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Harris and her entourage later boarded Air Force Two for the return flight to Washington.

U.S. Vice President Kamala Harris visits a fishing community in Tagburos village on Palawan Island, Nov. 22, 2022. [Jason Gutierrez/BenarNews]

In Manila, President Marcos said the Philippine government would send a note verbale to China in protest of the alleged forced seizure of space debris by China Coast Guard personnel during an incident involving the Philippine Navy in the waters off the Spratly Islands on Sunday.

“[I ] I think that’s what we should do because when it was first reported to me by the chief of staff, I asked him to immediately call the military attaché in the Chinese embassy and get a report,” Marcos told reporters on Tuesday. .

He noted that the Navy had used the word “by force” in a report that contradicted a statement from the Chinese embassy, ​​which said the meeting at sea off the Philippine-claimed island of Pag-asa (Thitu) and the retrieval of the space debris as “friendly”. .”

“So we need to solve this problem. Of course I have full confidence in our Navy and if this is what they say happened, I can only believe that’s what happened,” said Marcos.

“These are the things we need to fix because with the way the region, our region, Asia-Pacific, is warming, a small mistake can lead to a bigger conflagration,” the Philippine president warned.

Meanwhile, the Philippine Department of National Defense said it was awaiting additional reports on alleged incidents related to the collection of the missile debris.

“We stand by the statements of our personnel in the area that, contrary to the account of the Chinese side, the debris towed by a Philippine ship to the Emilio Liwanag Naval Station for inspection was rudely taken away by CCGV5203 personnel.” said Undersecretary Jose C. Faustino Jr. said in a statement Tuesday, referring to a Chinese Coast Guard ship.

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“Philippine authorities are also investigating reported explosions off Pag-asa Island after the floating debris incident. The situation is still evolving; therefore we cannot provide any additional details at this time,” he added.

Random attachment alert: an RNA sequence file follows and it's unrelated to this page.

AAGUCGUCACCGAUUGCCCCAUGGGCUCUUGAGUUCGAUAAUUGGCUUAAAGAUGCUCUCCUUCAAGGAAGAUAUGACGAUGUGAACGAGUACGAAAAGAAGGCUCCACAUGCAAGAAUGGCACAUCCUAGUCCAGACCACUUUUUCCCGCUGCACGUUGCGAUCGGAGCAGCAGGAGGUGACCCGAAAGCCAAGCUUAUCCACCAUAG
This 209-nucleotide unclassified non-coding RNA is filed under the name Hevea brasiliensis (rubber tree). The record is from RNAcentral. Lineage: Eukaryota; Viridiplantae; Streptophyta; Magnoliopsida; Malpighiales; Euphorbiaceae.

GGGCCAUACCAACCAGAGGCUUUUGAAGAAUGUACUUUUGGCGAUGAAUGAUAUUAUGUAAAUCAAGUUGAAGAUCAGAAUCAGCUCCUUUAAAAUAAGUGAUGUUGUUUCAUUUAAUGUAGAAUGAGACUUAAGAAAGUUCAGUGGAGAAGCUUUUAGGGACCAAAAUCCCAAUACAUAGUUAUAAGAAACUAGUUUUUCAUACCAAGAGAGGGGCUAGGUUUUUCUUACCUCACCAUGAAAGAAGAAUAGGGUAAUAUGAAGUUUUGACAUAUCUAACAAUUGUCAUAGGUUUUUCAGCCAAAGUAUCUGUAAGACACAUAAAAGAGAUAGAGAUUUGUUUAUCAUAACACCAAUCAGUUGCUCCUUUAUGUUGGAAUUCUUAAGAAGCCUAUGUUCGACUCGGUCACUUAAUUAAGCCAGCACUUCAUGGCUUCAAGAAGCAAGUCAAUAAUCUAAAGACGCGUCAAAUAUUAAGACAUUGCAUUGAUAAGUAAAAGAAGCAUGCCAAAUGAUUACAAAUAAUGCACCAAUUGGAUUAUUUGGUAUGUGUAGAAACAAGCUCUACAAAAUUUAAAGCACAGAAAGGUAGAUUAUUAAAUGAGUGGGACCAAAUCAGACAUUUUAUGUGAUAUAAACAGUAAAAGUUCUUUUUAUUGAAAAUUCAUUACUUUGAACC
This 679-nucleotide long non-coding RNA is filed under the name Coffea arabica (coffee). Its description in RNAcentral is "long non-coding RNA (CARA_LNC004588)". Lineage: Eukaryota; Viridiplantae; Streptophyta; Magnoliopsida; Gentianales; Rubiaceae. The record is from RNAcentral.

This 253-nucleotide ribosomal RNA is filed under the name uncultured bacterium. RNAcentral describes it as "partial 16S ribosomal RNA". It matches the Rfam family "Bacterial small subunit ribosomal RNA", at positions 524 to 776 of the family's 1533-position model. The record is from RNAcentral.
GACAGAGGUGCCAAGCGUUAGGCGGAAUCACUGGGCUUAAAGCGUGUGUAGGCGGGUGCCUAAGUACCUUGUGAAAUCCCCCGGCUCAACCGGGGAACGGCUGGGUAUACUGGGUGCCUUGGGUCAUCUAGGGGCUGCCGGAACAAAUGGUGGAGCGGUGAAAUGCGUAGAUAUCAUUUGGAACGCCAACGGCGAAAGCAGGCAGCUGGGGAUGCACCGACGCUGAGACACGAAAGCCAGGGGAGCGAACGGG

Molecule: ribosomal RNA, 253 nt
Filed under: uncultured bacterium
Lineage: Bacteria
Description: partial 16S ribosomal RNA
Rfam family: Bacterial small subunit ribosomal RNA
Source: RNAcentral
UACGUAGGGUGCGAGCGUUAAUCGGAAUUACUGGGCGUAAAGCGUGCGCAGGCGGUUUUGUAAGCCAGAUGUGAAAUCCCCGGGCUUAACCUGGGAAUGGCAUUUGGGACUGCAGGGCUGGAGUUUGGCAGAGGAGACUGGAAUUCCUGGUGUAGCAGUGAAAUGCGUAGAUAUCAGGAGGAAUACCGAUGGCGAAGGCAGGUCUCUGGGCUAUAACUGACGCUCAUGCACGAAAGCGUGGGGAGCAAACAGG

Caught between rival superpowers

Harris’s three-day trip to Manila and Palawan was seen by the Biden administration as an attempt to restore America’s longstanding relationship and alliance with the Philippines. These had cooled under Marcos’ predecessor, Rodrigo Duterte, who sought closer bilateral ties with Beijing.

Marcos, who took office in June, has indicated he is open to restoring weakened bilateral and military ties with the US amid a Sino-US rivalry in Southeast Asia.

“[B]At the entrance to Maritime Southeast Asia and located in the geographic heart of the Indo-Pacific, the Philippines has clearly established its geopolitical value in the region. What makes the Philippines an even more important player is that it not only shares a historic treaty alliance with the US, but also continues to forge closer political and economic relations with China,” said Don McLain Gill, a geopolitical analyst focusing on the region . , told BenarNews.

“Therefore, the Southeast Asian nation serves as a critical element in the changing dynamics of the Indo-Pacific.”

BenarNews is an RFA affiliate news news service.